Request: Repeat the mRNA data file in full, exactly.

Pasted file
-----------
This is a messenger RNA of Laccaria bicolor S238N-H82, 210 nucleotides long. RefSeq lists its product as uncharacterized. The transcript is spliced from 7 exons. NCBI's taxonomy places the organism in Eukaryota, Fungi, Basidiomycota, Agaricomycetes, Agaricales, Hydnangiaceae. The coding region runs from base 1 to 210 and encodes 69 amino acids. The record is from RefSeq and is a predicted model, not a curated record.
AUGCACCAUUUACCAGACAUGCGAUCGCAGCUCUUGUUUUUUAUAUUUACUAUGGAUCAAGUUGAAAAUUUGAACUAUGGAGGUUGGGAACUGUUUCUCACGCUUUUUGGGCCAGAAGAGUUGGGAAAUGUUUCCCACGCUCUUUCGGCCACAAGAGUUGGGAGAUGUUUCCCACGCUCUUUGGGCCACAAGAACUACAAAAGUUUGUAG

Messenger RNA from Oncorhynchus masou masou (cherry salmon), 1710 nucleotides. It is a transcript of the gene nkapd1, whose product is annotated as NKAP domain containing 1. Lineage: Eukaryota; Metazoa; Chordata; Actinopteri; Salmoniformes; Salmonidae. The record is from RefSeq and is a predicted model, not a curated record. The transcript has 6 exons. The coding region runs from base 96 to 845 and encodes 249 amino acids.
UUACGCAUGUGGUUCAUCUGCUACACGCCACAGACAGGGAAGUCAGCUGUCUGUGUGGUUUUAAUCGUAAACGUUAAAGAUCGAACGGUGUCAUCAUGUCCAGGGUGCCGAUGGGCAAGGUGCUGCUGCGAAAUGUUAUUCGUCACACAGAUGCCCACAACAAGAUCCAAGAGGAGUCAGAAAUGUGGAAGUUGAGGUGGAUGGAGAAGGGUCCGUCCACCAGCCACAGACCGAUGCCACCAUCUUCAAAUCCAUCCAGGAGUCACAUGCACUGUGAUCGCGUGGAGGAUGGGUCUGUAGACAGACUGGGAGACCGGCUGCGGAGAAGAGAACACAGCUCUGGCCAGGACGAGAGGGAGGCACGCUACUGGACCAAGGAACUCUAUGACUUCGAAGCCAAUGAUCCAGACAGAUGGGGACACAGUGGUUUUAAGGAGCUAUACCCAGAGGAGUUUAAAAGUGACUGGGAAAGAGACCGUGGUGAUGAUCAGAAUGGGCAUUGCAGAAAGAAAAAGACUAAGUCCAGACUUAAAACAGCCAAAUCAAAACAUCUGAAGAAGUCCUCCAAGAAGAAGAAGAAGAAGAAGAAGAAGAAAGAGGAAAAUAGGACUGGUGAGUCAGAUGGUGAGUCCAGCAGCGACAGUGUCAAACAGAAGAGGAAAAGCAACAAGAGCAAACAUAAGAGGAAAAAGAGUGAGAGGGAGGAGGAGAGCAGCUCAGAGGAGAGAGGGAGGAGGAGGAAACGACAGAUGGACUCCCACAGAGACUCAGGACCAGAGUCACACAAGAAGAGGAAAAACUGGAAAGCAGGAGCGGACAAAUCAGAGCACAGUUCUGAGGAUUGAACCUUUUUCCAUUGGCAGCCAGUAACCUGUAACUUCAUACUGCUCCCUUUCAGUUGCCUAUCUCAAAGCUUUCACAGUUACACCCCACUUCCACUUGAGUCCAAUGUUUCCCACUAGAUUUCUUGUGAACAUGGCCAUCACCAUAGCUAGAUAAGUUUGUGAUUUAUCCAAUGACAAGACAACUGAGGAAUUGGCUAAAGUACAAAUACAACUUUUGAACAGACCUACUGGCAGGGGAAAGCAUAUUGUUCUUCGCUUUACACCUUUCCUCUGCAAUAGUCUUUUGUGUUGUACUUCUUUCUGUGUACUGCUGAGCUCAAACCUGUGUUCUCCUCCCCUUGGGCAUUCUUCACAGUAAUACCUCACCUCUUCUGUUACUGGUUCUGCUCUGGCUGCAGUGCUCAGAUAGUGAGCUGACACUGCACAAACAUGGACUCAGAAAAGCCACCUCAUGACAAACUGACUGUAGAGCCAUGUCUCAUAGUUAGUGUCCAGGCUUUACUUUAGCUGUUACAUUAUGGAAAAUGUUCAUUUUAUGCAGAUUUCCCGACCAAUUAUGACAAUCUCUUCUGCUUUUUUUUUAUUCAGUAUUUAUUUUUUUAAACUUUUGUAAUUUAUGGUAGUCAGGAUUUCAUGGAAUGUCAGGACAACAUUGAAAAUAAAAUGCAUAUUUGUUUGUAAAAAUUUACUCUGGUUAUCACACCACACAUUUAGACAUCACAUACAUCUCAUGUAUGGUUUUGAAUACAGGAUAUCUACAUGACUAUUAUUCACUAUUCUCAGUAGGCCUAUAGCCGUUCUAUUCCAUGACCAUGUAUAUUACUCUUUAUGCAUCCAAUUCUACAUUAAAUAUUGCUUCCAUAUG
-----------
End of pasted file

This is a messenger RNA of Laccaria bicolor S238N-H82, 210 nucleotides long. RefSeq lists its product as uncharacterized. The transcript is spliced from 7 exons. NCBI's taxonomy places the organism in Eukaryota, Fungi, Basidiomycota, Agaricomycetes, Agaricales, Hydnangiaceae. The coding region runs from base 1 to 210 and encodes 69 amino acids. The record is from RefSeq and is a predicted model, not a curated record.
AUGCACCAUUUACCAGACAUGCGAUCGCAGCUCUUGUUUUUUAUAUUUACUAUGGAUCAAGUUGAAAAUUUGAACUAUGGAGGUUGGGAACUGUUUCUCACGCUUUUUGGGCCAGAAGAGUUGGGAAAUGUUUCCCACGCUCUUUCGGCCACAAGAGUUGGGAGAUGUUUCCCACGCUCUUUGGGCCACAAGAACUACAAAAGUUUGUAG

Messenger RNA from Oncorhynchus masou masou (cherry salmon), 1710 nucleotides. It is a transcript of the gene nkapd1, whose product is annotated as NKAP domain containing 1. Lineage: Eukaryota; Metazoa; Chordata; Actinopteri; Salmoniformes; Salmonidae. The record is from RefSeq and is a predicted model, not a curated record. The transcript has 6 exons. The coding region runs from base 96 to 845 and encodes 249 amino acids.
UUACGCAUGUGGUUCAUCUGCUACACGCCACAGACAGGGAAGUCAGCUGUCUGUGUGGUUUUAAUCGUAAACGUUAAAGAUCGAACGGUGUCAUCAUGUCCAGGGUGCCGAUGGGCAAGGUGCUGCUGCGAAAUGUUAUUCGUCACACAGAUGCCCACAACAAGAUCCAAGAGGAGUCAGAAAUGUGGAAGUUGAGGUGGAUGGAGAAGGGUCCGUCCACCAGCCACAGACCGAUGCCACCAUCUUCAAAUCCAUCCAGGAGUCACAUGCACUGUGAUCGCGUGGAGGAUGGGUCUGUAGACAGACUGGGAGACCGGCUGCGGAGAAGAGAACACAGCUCUGGCCAGGACGAGAGGGAGGCACGCUACUGGACCAAGGAACUCUAUGACUUCGAAGCCAAUGAUCCAGACAGAUGGGGACACAGUGGUUUUAAGGAGCUAUACCCAGAGGAGUUUAAAAGUGACUGGGAAAGAGACCGUGGUGAUGAUCAGAAUGGGCAUUGCAGAAAGAAAAAGACUAAGUCCAGACUUAAAACAGCCAAAUCAAAACAUCUGAAGAAGUCCUCCAAGAAGAAGAAGAAGAAGAAGAAGAAGAAAGAGGAAAAUAGGACUGGUGAGUCAGAUGGUGAGUCCAGCAGCGACAGUGUCAAACAGAAGAGGAAAAGCAACAAGAGCAAACAUAAGAGGAAAAAGAGUGAGAGGGAGGAGGAGAGCAGCUCAGAGGAGAGAGGGAGGAGGAGGAAACGACAGAUGGACUCCCACAGAGACUCAGGACCAGAGUCACACAAGAAGAGGAAAAACUGGAAAGCAGGAGCGGACAAAUCAGAGCACAGUUCUGAGGAUUGAACCUUUUUCCAUUGGCAGCCAGUAACCUGUAACUUCAUACUGCUCCCUUUCAGUUGCCUAUCUCAAAGCUUUCACAGUUACACCCCACUUCCACUUGAGUCCAAUGUUUCCCACUAGAUUUCUUGUGAACAUGGCCAUCACCAUAGCUAGAUAAGUUUGUGAUUUAUCCAAUGACAAGACAACUGAGGAAUUGGCUAAAGUACAAAUACAACUUUUGAACAGACCUACUGGCAGGGGAAAGCAUAUUGUUCUUCGCUUUACACCUUUCCUCUGCAAUAGUCUUUUGUGUUGUACUUCUUUCUGUGUACUGCUGAGCUCAAACCUGUGUUCUCCUCCCCUUGGGCAUUCUUCACAGUAAUACCUCACCUCUUCUGUUACUGGUUCUGCUCUGGCUGCAGUGCUCAGAUAGUGAGCUGACACUGCACAAACAUGGACUCAGAAAAGCCACCUCAUGACAAACUGACUGUAGAGCCAUGUCUCAUAGUUAGUGUCCAGGCUUUACUUUAGCUGUUACAUUAUGGAAAAUGUUCAUUUUAUGCAGAUUUCCCGACCAAUUAUGACAAUCUCUUCUGCUUUUUUUUUAUUCAGUAUUUAUUUUUUUAAACUUUUGUAAUUUAUGGUAGUCAGGAUUUCAUGGAAUGUCAGGACAACAUUGAAAAUAAAAUGCAUAUUUGUUUGUAAAAAUUUACUCUGGUUAUCACACCACACAUUUAGACAUCACAUACAUCUCAUGUAUGGUUUUGAAUACAGGAUAUCUACAUGACUAUUAUUCACUAUUCUCAGUAGGCCUAUAGCCGUUCUAUUCCAUGACCAUGUAUAUUACUCUUUAUGCAUCCAAUUCUACAUUAAAUAUUGCUUCCAUAUG